Researchers with a team monitoring bird populations at Powdermill Nature Reserve, in Rector, Pennsylvania, netted a surprise on September 24: a rose-breasted grosbeak with bizarre coloring. It had the bright scarlet feathers of a male grosbeak on one side of its body and the canary yellow plumage of a female on the other.
When they saw the robin-size songbird’s split coloring, it was immediately clear that the grosbeak was what scientists call a bilateral gynandromorph—an animal that appears half male and half female.
“There was no question about it,” says Annie Lindsay, bird banding program manager at Powdermill.
Measurements also revealed that the bird’s right wing was slightly longer than the left, typical of the difference between male and female grosbeaks.
While gynandromorphy simply means that an animal has both female and male characteristics, bilateral gynandromorphs often appear more dramatically different because those characteristics are separated down the middle of their body; the separation may be internal as well as external. And bilateral gynandromorphy is different from hermaphrodism, in which an organism has both male and female reproductive organs but may appear on the outside to be either male or female.
Although hermaphrodism is natural among many creatures, such earthworms and snails, gynandromorphy is rare and, in birds, seems to occur when cells fail to divide properly early on in development. (Learn more about how butterflies with the condition develop.)
In fact, since Powdermill began keeping records nearly six decades ago, Lindsay says, only five of roughly 800,000 captured birds have been documented as likely gynandromorphs. The only other bird with bilateral gynandromorphy Lindsay says she’s seen during the past 15 years was also a rose-breasted grosbeak.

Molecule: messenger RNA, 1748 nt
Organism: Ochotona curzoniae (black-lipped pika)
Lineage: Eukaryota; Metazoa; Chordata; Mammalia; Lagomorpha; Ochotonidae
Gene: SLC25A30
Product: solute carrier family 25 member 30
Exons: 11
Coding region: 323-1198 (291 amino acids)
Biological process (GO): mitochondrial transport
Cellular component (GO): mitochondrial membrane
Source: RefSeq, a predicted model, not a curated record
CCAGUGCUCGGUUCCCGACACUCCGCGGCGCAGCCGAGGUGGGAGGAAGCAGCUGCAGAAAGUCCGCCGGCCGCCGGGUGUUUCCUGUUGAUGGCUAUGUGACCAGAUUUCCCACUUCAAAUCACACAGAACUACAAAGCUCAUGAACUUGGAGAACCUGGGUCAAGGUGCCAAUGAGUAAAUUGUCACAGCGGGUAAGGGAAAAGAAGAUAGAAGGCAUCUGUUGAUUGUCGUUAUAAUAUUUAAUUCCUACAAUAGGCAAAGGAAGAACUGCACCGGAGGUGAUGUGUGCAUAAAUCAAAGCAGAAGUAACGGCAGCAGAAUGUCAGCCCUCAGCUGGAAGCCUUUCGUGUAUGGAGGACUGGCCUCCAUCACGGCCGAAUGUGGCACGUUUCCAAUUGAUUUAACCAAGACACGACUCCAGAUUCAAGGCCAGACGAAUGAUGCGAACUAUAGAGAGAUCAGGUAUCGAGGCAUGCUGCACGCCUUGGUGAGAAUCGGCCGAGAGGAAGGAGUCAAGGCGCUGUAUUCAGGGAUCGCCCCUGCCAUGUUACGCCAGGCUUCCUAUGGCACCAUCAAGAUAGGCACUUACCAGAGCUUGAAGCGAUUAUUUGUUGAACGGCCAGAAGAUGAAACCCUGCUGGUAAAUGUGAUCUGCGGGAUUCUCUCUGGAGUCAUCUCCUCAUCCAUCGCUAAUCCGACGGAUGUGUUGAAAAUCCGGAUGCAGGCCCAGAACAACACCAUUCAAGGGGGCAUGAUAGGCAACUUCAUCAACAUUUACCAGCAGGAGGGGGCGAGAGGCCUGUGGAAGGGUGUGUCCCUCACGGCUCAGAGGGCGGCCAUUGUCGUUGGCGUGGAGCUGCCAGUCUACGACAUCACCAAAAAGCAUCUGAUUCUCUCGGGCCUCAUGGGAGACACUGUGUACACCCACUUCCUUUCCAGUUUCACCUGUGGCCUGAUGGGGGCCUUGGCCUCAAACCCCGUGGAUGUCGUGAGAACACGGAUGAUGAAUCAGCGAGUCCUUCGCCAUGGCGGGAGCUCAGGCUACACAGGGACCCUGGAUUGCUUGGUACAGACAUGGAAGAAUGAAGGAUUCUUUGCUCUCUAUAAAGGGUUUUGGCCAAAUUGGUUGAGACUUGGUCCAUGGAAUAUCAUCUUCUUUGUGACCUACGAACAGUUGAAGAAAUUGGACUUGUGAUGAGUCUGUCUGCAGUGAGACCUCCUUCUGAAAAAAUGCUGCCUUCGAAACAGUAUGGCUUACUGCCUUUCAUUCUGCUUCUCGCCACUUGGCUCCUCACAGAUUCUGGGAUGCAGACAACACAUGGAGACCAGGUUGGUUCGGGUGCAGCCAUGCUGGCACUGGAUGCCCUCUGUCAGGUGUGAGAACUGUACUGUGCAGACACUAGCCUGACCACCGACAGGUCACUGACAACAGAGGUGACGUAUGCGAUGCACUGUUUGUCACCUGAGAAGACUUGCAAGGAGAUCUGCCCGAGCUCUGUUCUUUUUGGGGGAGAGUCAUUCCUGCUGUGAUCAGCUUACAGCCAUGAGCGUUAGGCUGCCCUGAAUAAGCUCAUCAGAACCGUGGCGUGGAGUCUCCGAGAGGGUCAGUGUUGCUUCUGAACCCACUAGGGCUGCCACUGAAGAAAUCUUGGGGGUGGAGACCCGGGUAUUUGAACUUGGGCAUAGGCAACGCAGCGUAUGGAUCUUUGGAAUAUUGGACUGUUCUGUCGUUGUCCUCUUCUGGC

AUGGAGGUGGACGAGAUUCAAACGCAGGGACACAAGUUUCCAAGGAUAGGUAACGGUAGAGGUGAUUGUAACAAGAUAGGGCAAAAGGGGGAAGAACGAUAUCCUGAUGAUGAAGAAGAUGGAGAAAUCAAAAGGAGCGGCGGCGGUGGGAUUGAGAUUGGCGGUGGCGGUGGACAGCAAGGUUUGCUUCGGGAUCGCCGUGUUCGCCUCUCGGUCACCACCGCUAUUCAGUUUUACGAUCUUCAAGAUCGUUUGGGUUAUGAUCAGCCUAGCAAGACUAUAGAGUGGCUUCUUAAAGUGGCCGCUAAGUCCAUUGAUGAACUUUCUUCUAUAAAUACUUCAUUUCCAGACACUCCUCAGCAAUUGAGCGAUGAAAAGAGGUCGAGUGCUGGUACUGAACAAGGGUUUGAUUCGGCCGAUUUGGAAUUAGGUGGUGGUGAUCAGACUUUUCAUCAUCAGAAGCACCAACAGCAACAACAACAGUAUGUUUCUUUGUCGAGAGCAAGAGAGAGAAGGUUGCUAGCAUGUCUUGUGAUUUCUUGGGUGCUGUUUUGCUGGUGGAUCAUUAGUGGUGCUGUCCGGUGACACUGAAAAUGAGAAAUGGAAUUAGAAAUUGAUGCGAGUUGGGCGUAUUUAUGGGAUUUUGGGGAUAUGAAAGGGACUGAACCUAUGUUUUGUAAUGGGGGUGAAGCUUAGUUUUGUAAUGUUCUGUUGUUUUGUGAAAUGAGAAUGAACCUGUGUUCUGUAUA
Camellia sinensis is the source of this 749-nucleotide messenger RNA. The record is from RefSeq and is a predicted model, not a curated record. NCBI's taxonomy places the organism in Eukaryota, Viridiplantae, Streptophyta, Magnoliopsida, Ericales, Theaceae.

“I think this time around I have more knowledge about just how rare this is,” she says. “Just watching everyone else react—it was like pure joy.”
One in a million?
“That bird is quite famous,” says Danny Bystrak, a wildlife biologist at the Patuxent Wildlife Research Center’s Bird Banding Laboratory, in Maryland, a branch of the U.S. Geological Survey that serves as the central clearinghouse for data from bird banding operations across the country.
Looking back at all the records for the past 15 years, the odds of discovering a gynandromorph in a bird-banding operation seem to be “almost exactly one in a million,” Bystrak said in an email.
But there’s a caveat to those long odds. Not all bird species have males and females with noticeably different plumage, Lindsay says. More gynandromorphs likely are flying around out there than we realize.
Bird collections in museums also shed light on the phenomenon. Over his career, Stephen Rogers, collection manager for the Section of Birds at Carnegie Museum of Natural History, in Pittsburgh, Pennsylvania, has prepared some 16,000 birds for the museum’s collections. That entails drying and preserving the birds and taking notes on each specimen’s physical appearance, outside and inside, including its reproductive organs.
Among the museum’s more than 27,000 specimens, Rogers found records for only four gynandromorphs—three of them birds of species that have no color differences between males and females.
“The one-in-a-million figure would only be for birds that show distinct differences,” Rogers says. “Cardinals, grosbeaks, and the like.”
If you add in all the gynandromorphs that are hiding in plain sight, the odds go up to around 146 in a million.
Gynandromorphs make headlines when they’re discovered, such as a bilateral gynandromorphic cardinal from 2019 and the honeybee with the eyes of a male and the body of a female found earlier this year, but the phenomenon is difficult to study.
Bystrak says he can find no record of a gynandromorph ever being re-captured by a banding operation, so it’s unclear, for example, if the color differences persist after the birds molt.
There’s also the question as to what sort of future the grosbeak might have. Female birds, like humans, have two ovaries, but only the left one is functional in songbirds. Since the grosbeak’s left side seems to be female, Lindsay says it’s possible that the bird could reproduce—though it would also have to behave like a female to attract a mate.
Not much is known about the behavior of gynandromorphs, but in 2009 and 2010, scientists were able to observe a northern cardinal in Illinois with bilateral gynandromorphy and noted that it seemed to survive into adulthood without difficulties. Yet the cardinal never seemed to perform any songs or vocalizations, nor was it seen with a mate.
In the end, we may never know what becomes of the grosbeak, a migratory bird. It was released the day it was caught and could be as far away as South America by now.